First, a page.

"The Passion" should not be labeled a "religious" film, or something to be shown only in church basements. Compared to examples of recent Christian films ("Left Behind" is one of many very bad ones in this genre), "The Passion" is a work of high art and great storytelling.
The dialogue is in Aramaic and Latin. English subtitles are provided, and they are helpful in following the storyline. A decision about using them in the final version has not been made. Few liberties are taken with the Gospel account, and the extra dialogue added helps round out the characters without damaging historical or biblical accuracy.
Satan is cleverly played as an asexual being who at first seems to be an observer in the Garden of Gethsemane (and in other scenes), but the appearance of a snake slithering between the character's feet and attempting to wrap itself around the arm of the prostrate and praying Jesus identifies him and his evil intent. The film is an intense two hours. It uses unknown actors, which helps focus attention on the message. By the end of the film (a unique portrayal of the resurrection), the viewer is exhausted.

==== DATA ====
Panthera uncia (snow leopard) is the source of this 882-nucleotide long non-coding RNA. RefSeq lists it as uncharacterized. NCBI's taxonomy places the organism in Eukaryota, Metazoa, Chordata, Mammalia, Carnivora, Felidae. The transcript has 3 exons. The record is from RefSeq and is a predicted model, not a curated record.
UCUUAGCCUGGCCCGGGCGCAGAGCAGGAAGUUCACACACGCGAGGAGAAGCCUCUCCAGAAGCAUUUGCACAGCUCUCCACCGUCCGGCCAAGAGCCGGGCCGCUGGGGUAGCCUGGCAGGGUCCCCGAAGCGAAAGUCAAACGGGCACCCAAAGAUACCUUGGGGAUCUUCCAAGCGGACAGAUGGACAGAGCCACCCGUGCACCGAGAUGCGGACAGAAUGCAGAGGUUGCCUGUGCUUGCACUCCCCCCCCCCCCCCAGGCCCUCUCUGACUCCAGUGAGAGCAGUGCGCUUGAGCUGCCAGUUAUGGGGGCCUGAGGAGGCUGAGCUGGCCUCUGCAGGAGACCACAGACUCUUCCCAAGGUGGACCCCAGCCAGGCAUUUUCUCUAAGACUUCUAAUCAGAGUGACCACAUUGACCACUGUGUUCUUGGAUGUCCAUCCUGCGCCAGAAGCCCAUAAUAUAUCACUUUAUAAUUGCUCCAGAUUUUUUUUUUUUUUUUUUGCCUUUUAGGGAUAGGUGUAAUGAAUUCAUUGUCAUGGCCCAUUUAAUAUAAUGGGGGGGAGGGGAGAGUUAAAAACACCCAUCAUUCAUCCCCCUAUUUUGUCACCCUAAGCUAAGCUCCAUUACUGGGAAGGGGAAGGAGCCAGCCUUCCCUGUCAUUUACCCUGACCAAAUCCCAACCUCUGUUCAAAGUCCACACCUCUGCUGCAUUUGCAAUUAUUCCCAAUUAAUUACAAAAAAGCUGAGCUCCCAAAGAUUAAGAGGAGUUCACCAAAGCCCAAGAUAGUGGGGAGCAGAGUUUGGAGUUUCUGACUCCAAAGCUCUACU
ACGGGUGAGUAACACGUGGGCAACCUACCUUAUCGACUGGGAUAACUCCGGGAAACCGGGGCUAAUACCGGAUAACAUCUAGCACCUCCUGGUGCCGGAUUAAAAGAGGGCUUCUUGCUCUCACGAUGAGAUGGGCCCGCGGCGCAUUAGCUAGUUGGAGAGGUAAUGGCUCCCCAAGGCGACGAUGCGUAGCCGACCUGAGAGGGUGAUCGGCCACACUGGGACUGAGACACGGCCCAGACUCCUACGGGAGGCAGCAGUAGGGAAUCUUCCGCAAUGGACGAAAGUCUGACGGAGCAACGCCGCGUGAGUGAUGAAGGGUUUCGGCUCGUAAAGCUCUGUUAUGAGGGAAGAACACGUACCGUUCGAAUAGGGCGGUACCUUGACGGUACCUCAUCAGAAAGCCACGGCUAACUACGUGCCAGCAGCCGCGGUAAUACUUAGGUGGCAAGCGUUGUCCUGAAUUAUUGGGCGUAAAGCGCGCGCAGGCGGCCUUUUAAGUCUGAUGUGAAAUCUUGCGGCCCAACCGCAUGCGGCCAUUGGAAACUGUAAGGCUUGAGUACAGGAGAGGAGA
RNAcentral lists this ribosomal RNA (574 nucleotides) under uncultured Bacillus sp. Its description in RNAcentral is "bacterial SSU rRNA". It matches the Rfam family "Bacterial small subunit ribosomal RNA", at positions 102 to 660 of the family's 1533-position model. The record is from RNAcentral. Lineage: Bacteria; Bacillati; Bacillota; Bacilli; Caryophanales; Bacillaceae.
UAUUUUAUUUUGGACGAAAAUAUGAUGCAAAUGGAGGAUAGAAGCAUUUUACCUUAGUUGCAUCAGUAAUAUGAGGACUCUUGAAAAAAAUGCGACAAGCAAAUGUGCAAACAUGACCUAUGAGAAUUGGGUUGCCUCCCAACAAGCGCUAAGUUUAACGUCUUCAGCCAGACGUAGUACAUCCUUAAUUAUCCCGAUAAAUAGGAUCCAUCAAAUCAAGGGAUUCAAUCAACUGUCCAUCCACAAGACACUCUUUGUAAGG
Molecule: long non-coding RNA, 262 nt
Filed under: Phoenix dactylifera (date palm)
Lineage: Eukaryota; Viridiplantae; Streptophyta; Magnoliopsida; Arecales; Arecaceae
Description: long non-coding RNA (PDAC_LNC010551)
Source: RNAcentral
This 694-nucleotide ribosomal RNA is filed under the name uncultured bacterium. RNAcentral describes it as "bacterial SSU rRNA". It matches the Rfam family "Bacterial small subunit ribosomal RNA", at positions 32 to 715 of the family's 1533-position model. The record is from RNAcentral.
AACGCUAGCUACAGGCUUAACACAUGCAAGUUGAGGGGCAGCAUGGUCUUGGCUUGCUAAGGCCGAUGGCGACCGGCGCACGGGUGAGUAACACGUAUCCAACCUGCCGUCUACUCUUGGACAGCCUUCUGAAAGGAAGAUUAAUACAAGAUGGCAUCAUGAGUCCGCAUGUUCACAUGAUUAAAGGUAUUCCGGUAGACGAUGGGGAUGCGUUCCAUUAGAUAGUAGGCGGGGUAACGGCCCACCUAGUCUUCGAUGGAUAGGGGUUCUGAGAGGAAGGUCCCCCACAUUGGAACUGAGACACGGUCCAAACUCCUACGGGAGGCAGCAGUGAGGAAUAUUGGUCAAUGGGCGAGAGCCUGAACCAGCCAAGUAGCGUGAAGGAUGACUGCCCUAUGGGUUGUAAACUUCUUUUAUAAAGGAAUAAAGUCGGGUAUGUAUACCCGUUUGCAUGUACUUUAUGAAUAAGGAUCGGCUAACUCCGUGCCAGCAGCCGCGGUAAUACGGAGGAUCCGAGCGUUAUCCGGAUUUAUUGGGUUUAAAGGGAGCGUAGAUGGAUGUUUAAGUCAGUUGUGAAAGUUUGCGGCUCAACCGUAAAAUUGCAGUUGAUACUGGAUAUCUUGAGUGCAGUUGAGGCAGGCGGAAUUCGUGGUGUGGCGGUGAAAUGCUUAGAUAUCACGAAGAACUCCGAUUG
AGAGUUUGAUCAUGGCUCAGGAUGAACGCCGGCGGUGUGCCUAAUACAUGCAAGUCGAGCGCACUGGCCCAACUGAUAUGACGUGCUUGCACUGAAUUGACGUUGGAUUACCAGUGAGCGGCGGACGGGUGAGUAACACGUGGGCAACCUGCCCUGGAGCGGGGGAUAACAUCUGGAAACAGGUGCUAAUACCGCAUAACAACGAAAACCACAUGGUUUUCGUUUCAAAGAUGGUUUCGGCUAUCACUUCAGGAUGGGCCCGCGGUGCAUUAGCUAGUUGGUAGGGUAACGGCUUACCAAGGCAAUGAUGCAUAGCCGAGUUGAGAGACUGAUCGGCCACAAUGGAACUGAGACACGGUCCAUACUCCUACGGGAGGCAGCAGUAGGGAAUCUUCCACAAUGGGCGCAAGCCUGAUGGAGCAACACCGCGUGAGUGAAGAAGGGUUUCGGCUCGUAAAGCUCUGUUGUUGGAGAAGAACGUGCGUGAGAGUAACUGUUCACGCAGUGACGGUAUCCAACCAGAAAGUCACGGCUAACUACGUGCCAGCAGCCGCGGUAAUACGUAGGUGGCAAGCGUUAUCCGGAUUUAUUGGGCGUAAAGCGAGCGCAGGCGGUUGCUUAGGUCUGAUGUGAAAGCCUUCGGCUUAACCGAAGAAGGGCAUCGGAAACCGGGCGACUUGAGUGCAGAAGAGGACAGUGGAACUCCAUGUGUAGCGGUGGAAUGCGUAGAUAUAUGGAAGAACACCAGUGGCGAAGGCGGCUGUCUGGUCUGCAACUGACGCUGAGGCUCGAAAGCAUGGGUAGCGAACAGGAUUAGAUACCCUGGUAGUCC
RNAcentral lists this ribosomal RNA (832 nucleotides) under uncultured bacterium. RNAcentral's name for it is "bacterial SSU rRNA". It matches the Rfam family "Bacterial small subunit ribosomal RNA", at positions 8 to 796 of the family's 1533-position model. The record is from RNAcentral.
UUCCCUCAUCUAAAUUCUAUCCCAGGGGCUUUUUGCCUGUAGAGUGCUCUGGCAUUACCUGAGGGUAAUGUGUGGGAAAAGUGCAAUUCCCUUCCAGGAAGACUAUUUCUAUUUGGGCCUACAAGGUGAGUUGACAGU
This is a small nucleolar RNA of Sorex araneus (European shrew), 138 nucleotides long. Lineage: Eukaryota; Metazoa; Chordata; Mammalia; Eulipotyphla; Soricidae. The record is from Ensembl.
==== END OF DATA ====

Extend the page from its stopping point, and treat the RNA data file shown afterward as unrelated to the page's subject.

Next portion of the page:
Thirteen years ago, actor Mickey Rooney wrote an editorial for Variety in which he said, "The on-screen depiction of religion is less than flattering, and, as a Christian, I pray the era of denigrating religion on screen comes to a screeching halt. And soon."
Rooney's prayer has been answered with "The Passion." It is a soul-stirring film that deserves wide distribution and viewing. Its message is not just for Christians, but for everyone. I doubt a better film about Jesus could be made.
Cal Thomas is co-author (with Bob Beckel) of the book, "Common Ground: How to Stop the Partisan War That is Destroying America".
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